May 23, 2008
Fresh off the presses from Slashdot and Wikileaks: the “discussion paper” on the proposed “Anti-Counterfeiting Trade Agreement” (ACTA) that has circulated among wealthy trademark and copyright owning states (as well as a select group of industry lobbyists) has just reached the public. Here’s the description attached to the document by an anonymous Slashdot reader:
“The proposal includes clauses designed to criminalize the non-profit facilitation of copyrighted information exchange on the Internet, which would also affect transparency sites such as Wikileaks. The Wikileaks document details provisions that would impose strict enforcement of intellectual property rights related to Internet activity and trade in information-based goods. If adopted, the treaty would impose a strong, top-down enforcement regime imposing new cooperation requirements upon Internet service providers, including perfunctory disclosure of customer information, as well as measures restricting the use of online privacy tools.”
All very true. In fact, the implications of the agreement reach even further – threatening the business interests of firms in innovative, knowledge-based sectors of the economy by imposing overly-harsh restrictions and enforcement measures. This would likely exacerbate the chilling effects of existing restrictions that have brought American and European corporations numerous defensive patent suits, bogus trademark infringement claims, etc.
The USTR and its trading partners have no business supporting a proposal like this. ACTA threatens citizens’ rights, businesses interests, and would create unnecessary layers of bureaucracy and state intervention. It should never be signed.
May 21, 2008
The incomparable Jamie Love has an excellent post today on the definition (and mis-definition) of “counterfeit.” It may seem like an arcane concern, but in the context of debates about generic medicines, unlicensed software and music reproduction, as well as other kinds of exchange in informational goods, the terms we use and the conceptual framing of legal debates make a huge impact.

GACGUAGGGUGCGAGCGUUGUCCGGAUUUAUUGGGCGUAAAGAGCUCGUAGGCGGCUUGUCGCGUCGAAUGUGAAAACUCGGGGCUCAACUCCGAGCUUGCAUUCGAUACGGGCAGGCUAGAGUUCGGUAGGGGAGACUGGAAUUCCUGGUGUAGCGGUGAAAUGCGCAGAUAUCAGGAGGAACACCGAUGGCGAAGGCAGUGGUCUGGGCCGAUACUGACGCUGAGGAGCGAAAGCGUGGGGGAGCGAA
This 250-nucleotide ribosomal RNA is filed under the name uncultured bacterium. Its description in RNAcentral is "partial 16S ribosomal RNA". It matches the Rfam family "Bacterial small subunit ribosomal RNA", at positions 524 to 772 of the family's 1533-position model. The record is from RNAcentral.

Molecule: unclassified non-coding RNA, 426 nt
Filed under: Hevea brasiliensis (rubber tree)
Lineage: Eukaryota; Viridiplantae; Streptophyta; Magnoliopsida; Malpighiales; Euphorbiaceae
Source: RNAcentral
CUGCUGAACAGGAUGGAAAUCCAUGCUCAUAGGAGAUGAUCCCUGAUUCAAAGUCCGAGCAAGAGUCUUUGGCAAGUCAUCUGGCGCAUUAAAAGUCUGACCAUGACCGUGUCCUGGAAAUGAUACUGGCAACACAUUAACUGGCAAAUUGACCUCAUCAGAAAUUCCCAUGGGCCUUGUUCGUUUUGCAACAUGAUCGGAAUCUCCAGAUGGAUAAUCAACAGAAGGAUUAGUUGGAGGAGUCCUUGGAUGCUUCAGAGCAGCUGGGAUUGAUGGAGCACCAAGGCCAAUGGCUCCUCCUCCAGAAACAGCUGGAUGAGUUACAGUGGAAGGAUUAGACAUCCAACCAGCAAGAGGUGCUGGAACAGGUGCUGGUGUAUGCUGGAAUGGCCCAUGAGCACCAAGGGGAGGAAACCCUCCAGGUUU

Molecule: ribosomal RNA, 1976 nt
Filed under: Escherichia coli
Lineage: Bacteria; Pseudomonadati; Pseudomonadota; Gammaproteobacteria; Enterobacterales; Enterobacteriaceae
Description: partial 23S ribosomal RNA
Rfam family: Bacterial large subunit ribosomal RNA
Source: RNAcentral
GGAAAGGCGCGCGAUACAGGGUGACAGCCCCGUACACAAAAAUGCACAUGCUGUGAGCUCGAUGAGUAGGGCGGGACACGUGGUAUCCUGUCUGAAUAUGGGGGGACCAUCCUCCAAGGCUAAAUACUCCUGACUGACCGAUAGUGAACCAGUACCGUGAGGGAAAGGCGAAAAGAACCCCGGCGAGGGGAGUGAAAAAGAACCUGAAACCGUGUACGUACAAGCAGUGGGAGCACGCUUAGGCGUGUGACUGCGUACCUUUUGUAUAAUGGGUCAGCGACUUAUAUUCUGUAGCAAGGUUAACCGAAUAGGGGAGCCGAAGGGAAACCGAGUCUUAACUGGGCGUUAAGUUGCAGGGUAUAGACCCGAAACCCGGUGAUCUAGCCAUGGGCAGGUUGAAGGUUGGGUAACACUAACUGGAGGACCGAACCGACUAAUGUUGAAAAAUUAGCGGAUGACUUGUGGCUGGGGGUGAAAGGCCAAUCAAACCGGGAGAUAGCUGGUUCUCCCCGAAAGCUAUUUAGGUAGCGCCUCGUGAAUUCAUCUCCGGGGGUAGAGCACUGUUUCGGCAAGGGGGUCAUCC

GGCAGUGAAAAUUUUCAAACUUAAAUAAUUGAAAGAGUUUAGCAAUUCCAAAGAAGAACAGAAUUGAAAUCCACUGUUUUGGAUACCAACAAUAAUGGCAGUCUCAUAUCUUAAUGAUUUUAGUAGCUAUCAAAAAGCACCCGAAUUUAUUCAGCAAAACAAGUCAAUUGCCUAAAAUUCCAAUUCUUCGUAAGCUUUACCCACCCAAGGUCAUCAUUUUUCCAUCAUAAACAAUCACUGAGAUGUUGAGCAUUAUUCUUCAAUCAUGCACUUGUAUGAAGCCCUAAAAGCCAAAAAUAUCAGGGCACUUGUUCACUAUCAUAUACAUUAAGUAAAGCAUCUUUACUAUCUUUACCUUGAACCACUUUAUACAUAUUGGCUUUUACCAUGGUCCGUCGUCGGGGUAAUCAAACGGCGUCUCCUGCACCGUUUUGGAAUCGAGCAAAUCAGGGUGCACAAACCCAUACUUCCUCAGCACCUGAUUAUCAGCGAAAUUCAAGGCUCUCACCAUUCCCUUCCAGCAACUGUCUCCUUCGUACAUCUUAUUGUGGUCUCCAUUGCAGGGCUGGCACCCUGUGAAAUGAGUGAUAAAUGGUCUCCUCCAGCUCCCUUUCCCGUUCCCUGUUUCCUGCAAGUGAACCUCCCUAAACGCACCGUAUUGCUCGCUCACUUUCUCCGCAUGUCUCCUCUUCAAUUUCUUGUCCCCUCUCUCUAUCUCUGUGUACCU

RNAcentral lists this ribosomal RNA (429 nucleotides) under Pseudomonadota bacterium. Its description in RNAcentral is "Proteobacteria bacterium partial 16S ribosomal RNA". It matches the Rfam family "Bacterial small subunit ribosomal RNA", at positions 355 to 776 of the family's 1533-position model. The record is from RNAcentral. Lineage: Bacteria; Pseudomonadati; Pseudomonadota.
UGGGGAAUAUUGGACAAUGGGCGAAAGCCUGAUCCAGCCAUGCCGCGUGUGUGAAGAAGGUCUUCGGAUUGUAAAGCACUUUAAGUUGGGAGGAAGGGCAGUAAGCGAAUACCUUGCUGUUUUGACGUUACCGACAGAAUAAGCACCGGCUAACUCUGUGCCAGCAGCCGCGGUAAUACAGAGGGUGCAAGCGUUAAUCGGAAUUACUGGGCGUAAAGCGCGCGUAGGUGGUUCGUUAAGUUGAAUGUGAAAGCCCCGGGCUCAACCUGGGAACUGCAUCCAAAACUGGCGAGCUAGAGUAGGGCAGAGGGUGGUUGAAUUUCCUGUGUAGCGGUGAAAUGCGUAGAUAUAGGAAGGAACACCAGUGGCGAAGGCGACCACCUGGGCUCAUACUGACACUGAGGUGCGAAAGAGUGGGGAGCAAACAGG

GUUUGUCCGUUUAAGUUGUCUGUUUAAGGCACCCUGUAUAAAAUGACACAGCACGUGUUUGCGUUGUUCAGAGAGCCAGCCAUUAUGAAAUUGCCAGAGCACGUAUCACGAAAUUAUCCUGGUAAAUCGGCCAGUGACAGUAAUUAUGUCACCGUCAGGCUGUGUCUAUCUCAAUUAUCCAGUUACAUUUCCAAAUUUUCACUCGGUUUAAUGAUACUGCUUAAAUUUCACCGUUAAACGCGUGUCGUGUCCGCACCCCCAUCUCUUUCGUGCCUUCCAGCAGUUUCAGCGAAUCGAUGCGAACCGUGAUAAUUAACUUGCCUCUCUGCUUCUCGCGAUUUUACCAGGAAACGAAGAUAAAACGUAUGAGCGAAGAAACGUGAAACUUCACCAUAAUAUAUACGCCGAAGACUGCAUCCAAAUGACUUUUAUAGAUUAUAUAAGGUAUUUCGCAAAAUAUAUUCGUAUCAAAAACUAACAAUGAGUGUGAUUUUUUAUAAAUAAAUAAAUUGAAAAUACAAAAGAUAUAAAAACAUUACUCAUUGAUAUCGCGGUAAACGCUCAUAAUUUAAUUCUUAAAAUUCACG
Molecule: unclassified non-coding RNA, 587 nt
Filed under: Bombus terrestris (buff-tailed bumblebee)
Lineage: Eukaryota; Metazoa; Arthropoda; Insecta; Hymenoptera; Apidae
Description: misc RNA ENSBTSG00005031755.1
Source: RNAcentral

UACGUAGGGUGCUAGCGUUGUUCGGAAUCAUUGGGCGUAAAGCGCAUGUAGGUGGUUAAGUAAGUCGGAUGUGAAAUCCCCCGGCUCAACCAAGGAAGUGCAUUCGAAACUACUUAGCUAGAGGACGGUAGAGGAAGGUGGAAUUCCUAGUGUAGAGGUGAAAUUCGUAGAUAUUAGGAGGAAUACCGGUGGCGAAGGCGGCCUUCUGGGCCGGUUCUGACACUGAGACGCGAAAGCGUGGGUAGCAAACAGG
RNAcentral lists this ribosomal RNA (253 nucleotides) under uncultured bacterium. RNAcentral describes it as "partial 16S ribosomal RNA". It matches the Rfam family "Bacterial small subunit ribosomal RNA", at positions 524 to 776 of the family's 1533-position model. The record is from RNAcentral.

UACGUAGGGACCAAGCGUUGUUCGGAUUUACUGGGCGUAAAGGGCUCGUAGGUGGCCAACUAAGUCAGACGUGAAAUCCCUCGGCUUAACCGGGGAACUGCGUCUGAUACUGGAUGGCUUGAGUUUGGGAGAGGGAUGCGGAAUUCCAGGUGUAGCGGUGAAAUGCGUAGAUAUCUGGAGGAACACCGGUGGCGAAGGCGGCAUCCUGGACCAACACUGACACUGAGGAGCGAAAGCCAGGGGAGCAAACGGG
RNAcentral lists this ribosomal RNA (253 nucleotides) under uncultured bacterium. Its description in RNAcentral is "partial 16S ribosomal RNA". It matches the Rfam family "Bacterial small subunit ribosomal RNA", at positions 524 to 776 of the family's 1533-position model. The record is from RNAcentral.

The interdisciplinary open-access journal, Knowledge Ecology Studies has published a short essay of mine about the proposed “Anti-Counterfeiting Trade Agreement” (ACTA) in their current volume.
My paper looks at some of the history behind ACTA and considers the most troubling aspects of the agreement.
As currently proposed by the United States (through the office of the U.S. Trade Representative), the European Commission, Switzerland, and Japan, ACTA threatens business interests, civil liberties, consumer rights and democratic governance.
If such an extensive laundry list of bad sounds improbable to you, I encourage you to read the essay (and contact me). The agreement could be signed within the next few months – unless sufficient opposition forms to alter its scope.
I’ll be writing more about ACTA (and other misguided attempts to impose overly-restrictive IP enforcement regimes) here in the coming weeks. In particular, I plan to analyze some of the economic and strategic reasons why more restrictive IP enforcement will not enhance innovation, market growth, or security. My sense is that the folks behind this treaty have either forgotten (or ignored) these realitie
Whether or not you have any interest in my essay, I highly recommend the other work in KE Studies. This issue includes an entertaining and thought-provoking interview with Bruce Sterling; a rigorous analysis of prize systems by Ron Marchant; and an important study (in French) on the impact of new restrictive IP regimes on access to HIV/AIDS anti-retrovirals in Morocco by Gaelle Pascale Krikorian, Kamal Marhoum El Filali, and Hakima Himmich.
(Photo credit: “Orange plug,” by nic0 (via Flickr). CC-BY-NC-SA)
May 16, 2008
I think I managed to make it out of the cocktail hour at the end of the day without any trouble. Now I get to relax and prepare for tomorrow’s schedule.
Today included a number of great talks. I also enjoyed my conversations with the other attendees.